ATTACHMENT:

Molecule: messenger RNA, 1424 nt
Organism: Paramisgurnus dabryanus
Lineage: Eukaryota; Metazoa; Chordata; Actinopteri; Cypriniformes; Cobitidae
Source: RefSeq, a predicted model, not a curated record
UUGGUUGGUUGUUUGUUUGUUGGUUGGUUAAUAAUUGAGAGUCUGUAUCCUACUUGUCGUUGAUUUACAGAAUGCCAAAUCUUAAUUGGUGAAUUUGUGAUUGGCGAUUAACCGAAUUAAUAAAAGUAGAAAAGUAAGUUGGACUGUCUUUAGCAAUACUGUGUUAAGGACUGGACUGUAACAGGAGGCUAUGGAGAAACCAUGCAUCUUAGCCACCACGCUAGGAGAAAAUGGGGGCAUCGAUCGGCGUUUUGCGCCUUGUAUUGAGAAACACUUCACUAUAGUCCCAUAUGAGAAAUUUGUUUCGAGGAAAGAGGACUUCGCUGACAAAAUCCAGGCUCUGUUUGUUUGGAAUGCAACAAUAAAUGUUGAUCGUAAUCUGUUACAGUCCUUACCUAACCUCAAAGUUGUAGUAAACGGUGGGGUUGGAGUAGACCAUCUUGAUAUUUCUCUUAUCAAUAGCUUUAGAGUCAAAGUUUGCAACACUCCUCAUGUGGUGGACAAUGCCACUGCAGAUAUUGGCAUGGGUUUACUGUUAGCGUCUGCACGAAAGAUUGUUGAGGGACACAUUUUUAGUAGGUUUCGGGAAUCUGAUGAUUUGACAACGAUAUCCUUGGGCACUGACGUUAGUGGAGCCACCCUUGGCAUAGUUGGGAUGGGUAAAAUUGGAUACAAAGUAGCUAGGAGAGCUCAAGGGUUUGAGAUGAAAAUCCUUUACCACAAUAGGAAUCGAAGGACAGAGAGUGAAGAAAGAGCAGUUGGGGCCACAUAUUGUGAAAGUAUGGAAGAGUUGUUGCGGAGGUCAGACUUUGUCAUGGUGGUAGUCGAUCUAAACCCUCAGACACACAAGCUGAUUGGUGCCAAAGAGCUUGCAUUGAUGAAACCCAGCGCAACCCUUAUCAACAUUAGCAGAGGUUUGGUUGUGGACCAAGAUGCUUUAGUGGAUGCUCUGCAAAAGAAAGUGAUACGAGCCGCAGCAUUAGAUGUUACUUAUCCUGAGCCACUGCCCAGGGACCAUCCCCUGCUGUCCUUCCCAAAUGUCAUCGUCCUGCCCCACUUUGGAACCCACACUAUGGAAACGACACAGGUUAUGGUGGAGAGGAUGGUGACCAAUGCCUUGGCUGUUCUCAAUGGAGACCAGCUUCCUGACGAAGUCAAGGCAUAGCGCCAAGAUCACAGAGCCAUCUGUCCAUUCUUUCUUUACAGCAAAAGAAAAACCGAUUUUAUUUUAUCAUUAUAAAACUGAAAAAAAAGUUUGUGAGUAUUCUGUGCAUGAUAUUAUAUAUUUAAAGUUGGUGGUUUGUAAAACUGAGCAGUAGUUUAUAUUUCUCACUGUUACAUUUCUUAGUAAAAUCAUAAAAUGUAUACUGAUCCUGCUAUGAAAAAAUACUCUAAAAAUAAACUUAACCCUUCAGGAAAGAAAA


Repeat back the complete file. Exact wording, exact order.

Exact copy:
Molecule: messenger RNA, 1424 nt
Organism: Paramisgurnus dabryanus
Lineage: Eukaryota; Metazoa; Chordata; Actinopteri; Cypriniformes; Cobitidae
Source: RefSeq, a predicted model, not a curated record
UUGGUUGGUUGUUUGUUUGUUGGUUGGUUAAUAAUUGAGAGUCUGUAUCCUACUUGUCGUUGAUUUACAGAAUGCCAAAUCUUAAUUGGUGAAUUUGUGAUUGGCGAUUAACCGAAUUAAUAAAAGUAGAAAAGUAAGUUGGACUGUCUUUAGCAAUACUGUGUUAAGGACUGGACUGUAACAGGAGGCUAUGGAGAAACCAUGCAUCUUAGCCACCACGCUAGGAGAAAAUGGGGGCAUCGAUCGGCGUUUUGCGCCUUGUAUUGAGAAACACUUCACUAUAGUCCCAUAUGAGAAAUUUGUUUCGAGGAAAGAGGACUUCGCUGACAAAAUCCAGGCUCUGUUUGUUUGGAAUGCAACAAUAAAUGUUGAUCGUAAUCUGUUACAGUCCUUACCUAACCUCAAAGUUGUAGUAAACGGUGGGGUUGGAGUAGACCAUCUUGAUAUUUCUCUUAUCAAUAGCUUUAGAGUCAAAGUUUGCAACACUCCUCAUGUGGUGGACAAUGCCACUGCAGAUAUUGGCAUGGGUUUACUGUUAGCGUCUGCACGAAAGAUUGUUGAGGGACACAUUUUUAGUAGGUUUCGGGAAUCUGAUGAUUUGACAACGAUAUCCUUGGGCACUGACGUUAGUGGAGCCACCCUUGGCAUAGUUGGGAUGGGUAAAAUUGGAUACAAAGUAGCUAGGAGAGCUCAAGGGUUUGAGAUGAAAAUCCUUUACCACAAUAGGAAUCGAAGGACAGAGAGUGAAGAAAGAGCAGUUGGGGCCACAUAUUGUGAAAGUAUGGAAGAGUUGUUGCGGAGGUCAGACUUUGUCAUGGUGGUAGUCGAUCUAAACCCUCAGACACACAAGCUGAUUGGUGCCAAAGAGCUUGCAUUGAUGAAACCCAGCGCAACCCUUAUCAACAUUAGCAGAGGUUUGGUUGUGGACCAAGAUGCUUUAGUGGAUGCUCUGCAAAAGAAAGUGAUACGAGCCGCAGCAUUAGAUGUUACUUAUCCUGAGCCACUGCCCAGGGACCAUCCCCUGCUGUCCUUCCCAAAUGUCAUCGUCCUGCCCCACUUUGGAACCCACACUAUGGAAACGACACAGGUUAUGGUGGAGAGGAUGGUGACCAAUGCCUUGGCUGUUCUCAAUGGAGACCAGCUUCCUGACGAAGUCAAGGCAUAGCGCCAAGAUCACAGAGCCAUCUGUCCAUUCUUUCUUUACAGCAAAAGAAAAACCGAUUUUAUUUUAUCAUUAUAAAACUGAAAAAAAAGUUUGUGAGUAUUCUGUGCAUGAUAUUAUAUAUUUAAAGUUGGUGGUUUGUAAAACUGAGCAGUAGUUUAUAUUUCUCACUGUUACAUUUCUUAGUAAAAUCAUAAAAUGUAUACUGAUCCUGCUAUGAAAAAAUACUCUAAAAAUAAACUUAACCCUUCAGGAAAGAAAA